Date: Mon May 23 1994 21:30:14
From: Sheppard Gordon
Subj: Mack Book Review-Independent
Byline: ANTHONY STORR
JOHN MACK is a professor of psychiatry at Harvard Medical
School, a faculty member of the Boston Psychoanalytic Society,
president of the International Society for Political Psychology,
and the author of a prize-winning biography of T E Lawrence, A
Prince of Our Disorder, which I read with admiration. Since many
people will find this new book incredible, it is important to
emphasise that the author's credentials are impeccable.
Mack claims to have interviewed more than a hundred people who
say that they have been abducted by aliens. Of these, 47 females
and 29 males, including three boys of eight and under, have
convinced Mack that their accounts of being abducted are genuine.
In this book, he presents 13 selected cases, eight men and five
The usual pattern of an abduction is that the abductee is at
home or in a car. He or she sees a bright light, sometimes blue,
which emanates from a spacecraft or UFO to which the abductee is
taken by "floating" through walls or the roof of a car. Further
transportation to a larger spacecraft follows. "Communication
between aliens and humans is telepathic, mind to mind or thought to
thought, with no specific common learned language being necessary."
Most victims describe aliens as small, grey, and hairless, with
large heads and long arms. The captive usually feels unable to move
any part of the body except the head. The aliens then conduct
experiments on the abductee's body, often using instruments which
remove eggs from females and sperm samples from men. These
experiments are usually felt as intrusive, but there are also
reports of rewarding sexual intercourse with aliens. Many abductees
believe the aliens have an interspecies breeding programme, and say
they have seen hybrid infants in spacecraft.
Aliens are generally regarded as "more advanced spiritually and
emotionally than we are", which makes it hard to understand why
they should want to interbreed with humans, whose misuse of the
earth they usually condemn as wicked or stupid. For not all the
habits of aliens are nasty: they also issue timely warnings. When
in the spacecraft, the captives are given information about the
fate of the earth, which may include scenes of devastation
following a nuclear explosion, lifeless polluted landscapes and
"apocalyptic images of giant earthquakes, firestorms, floods, and
even fractures of the planet itself". Some lucky abductees are
given glimpses of their previous incarnations, as, for example, a
tomb-painter in ancient Egypt.
Abduction experiences often run in families. Mack states that
his subjects are free from psychiatric illness or psychological or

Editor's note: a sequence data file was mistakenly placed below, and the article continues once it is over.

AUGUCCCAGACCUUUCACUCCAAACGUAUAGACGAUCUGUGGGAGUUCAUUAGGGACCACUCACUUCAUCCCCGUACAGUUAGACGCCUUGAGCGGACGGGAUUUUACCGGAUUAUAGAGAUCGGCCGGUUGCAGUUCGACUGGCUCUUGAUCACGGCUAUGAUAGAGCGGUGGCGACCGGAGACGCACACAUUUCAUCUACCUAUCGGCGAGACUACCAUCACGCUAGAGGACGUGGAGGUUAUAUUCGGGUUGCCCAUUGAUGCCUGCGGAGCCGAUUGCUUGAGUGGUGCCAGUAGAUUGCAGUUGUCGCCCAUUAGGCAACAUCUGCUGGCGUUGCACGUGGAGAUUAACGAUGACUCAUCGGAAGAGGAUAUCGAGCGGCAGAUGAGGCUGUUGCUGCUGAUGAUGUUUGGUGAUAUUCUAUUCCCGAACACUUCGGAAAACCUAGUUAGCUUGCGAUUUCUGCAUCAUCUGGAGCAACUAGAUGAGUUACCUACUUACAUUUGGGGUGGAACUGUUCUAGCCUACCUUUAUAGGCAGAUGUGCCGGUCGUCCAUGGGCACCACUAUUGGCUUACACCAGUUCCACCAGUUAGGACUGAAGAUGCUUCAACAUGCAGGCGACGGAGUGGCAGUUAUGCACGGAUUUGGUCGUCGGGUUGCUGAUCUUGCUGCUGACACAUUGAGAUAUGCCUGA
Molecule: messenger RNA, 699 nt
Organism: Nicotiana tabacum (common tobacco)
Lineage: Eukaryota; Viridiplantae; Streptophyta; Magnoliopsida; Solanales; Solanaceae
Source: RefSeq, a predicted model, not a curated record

emotional conditions which could account for their abductions. Yet
examination of his 13 cases reveals that all reported strange
experiences, neurotic symptoms or preoccupation with the paranormal
from early childhood onward. One subject had been seeing a
psychiatrist for seven years. Another had seizures, migraine-like
headaches, visual hallucinations and a temporarily abnormal
electroencephalogram. Some have been searching for enlightenment in
a variety of sects throughout their lives.
Mack used hypnosis to induce regression to childhood and recover
memories of abduction experiences. He states that "abductees are
peculiarly unsuggestible". If so, one would expect that they would
be hard to hypnotise. Yet he also writes that "abductees seem to
move readily into trance" and shares with readers his impression
"that the reports provided under hypnosis are generally more
accurate than those consciously recalled".
Mack's technique of inducing the hypnotic state includes deep,
rapid breathing. He reports that, at the end of the session, his
subjects often experience cramps in the muscles of the hands.
Overbreathing interferes with calcium metabolism and may cause such
cramps, which are known as tetany; but Mack does not mention this.
Nor does he consider the possibility that his form of therapy is
creating a new, crazy sect whose members try to outdo each other's
fantasies. We have enough interplanetary societies already.
Mack learned the breathing technique from the work of a
psychiatrist called Stanislav Grof. It is said to facilitate travel
through history and the establishment of "transpersonal
relationships". Mack told Esquire that, when he practised it
himself, he found that in one of his past lives he had been a
16th-century Russian who had to watch a band of Mongols decapitate
his four-year-old son.
I wonder if aliens are as credulous and gullible as human
beings? They could hardly be more so. John Mack, of course,
realises that he has put his reputation as a professor of
psychiatry on the line. If he is eventually professionally
discredited, his $250,000 American advance will hardly constitute